Actually, the concepts of binary and digital are not at all new. The I Ching is an ancient Chinese text that dates to 1150 BCE. In it are 64 combinations of 8 trigrams (aka the Bagua), each of which clearly contain the first three bits of a binary code. 547px-Bagua-name-earlier.svg

Many other cultures, including the Mangareva in Polynesia (1450), and Indian (5th to 2nd century BCE), have used binary encodings for communication for thousands of years. Over 12,000 years ago, African tribes developed a binary divination system called Odu Ifa.

German mathematician and philosopher Gottfried Leibniz is generally credited as developing the modern binary number system in 1679, based on zeros and ones. Naturally, all of these other cultures are ignored so that we can maintain the illusion that all great philosophical and mathematical thought originated in Europe. Regardless of Eurocentric biases, it is clear that binary encoding is not a new concept. But what about applying it to the fundamental construct of reality?

It turns out that while modern digital physics or digital philosophy references are replete with sources that only date to the mid-20th century, the ancient Greeks (namely Plato) believed that reality was discrete. Atoms were considered to be discrete and fundamental components of reality.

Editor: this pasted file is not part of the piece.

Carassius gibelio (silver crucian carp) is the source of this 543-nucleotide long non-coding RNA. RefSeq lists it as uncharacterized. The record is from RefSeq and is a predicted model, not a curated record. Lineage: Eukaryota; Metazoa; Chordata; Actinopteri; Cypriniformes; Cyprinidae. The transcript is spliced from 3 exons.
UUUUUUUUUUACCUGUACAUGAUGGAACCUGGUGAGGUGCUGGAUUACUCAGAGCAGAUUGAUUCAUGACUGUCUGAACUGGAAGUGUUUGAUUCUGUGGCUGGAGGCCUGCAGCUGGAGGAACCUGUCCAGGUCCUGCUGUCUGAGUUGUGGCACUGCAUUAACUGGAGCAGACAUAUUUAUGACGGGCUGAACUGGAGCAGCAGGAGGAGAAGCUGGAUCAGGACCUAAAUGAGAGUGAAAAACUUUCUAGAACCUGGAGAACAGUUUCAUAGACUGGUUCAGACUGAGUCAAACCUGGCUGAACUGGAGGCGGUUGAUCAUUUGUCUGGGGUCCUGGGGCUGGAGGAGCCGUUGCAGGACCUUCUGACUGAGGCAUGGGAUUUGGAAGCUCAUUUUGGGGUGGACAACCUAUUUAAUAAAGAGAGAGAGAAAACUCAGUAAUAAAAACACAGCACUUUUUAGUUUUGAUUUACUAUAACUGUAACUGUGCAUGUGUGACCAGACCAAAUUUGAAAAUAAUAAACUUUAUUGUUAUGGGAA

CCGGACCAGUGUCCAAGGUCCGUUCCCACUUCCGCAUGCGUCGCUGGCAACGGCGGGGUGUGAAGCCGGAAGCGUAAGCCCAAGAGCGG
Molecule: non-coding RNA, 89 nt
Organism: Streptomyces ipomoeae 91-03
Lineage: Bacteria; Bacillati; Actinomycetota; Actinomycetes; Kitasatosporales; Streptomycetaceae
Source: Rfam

A quick clarification of the terms “discrete”, “digital”, “binary”, “analog”, and “continuous” is probably in order:

Discrete – Having distinct points of measurement in the time domain

Digital – Having properties that can be encoded into bits

Binary – Encoding that is done with only two digits, zeros and ones

Analog – Having continuously variable properties

Continuous – The time domain is continuous

So, for example, if we encode the value of some property (e.g. length or voltage) digitally using 3 values (0, 1, 2), that would be digital, but not binary (rather, ternery). If we say that between any two points in time, there is an infinitely divisible time element, but for each point, the value of the measurement being performed on some property is represented by bits, then we would have a continuous yet digital system. Conversely, if time can be broken into chunks such that at a fine enough temporal granularity there is no concept of time between two adjacent points in time, but at each of these time points, the value of the measurement being performed is continuously variable, then we would have a discrete yet analog system.

In the realm of consciousness-driven digital philosophy, it is my contention that the evidence strongly supports reality being discrete and digital; that is, time moves on in “chunks” and at each discrete point in time, every property of everything can be perfectly represented digitally. There are no infinities.

I believe that this is a logical and fundamental conclusion, regardless of the fact that we live in a digital age. There are many reasons for this, but for the purposes of this particular blog post, I shall only concentrate on a couple. Let’s break down the possibilities of our reality, in terms of origin and behavior: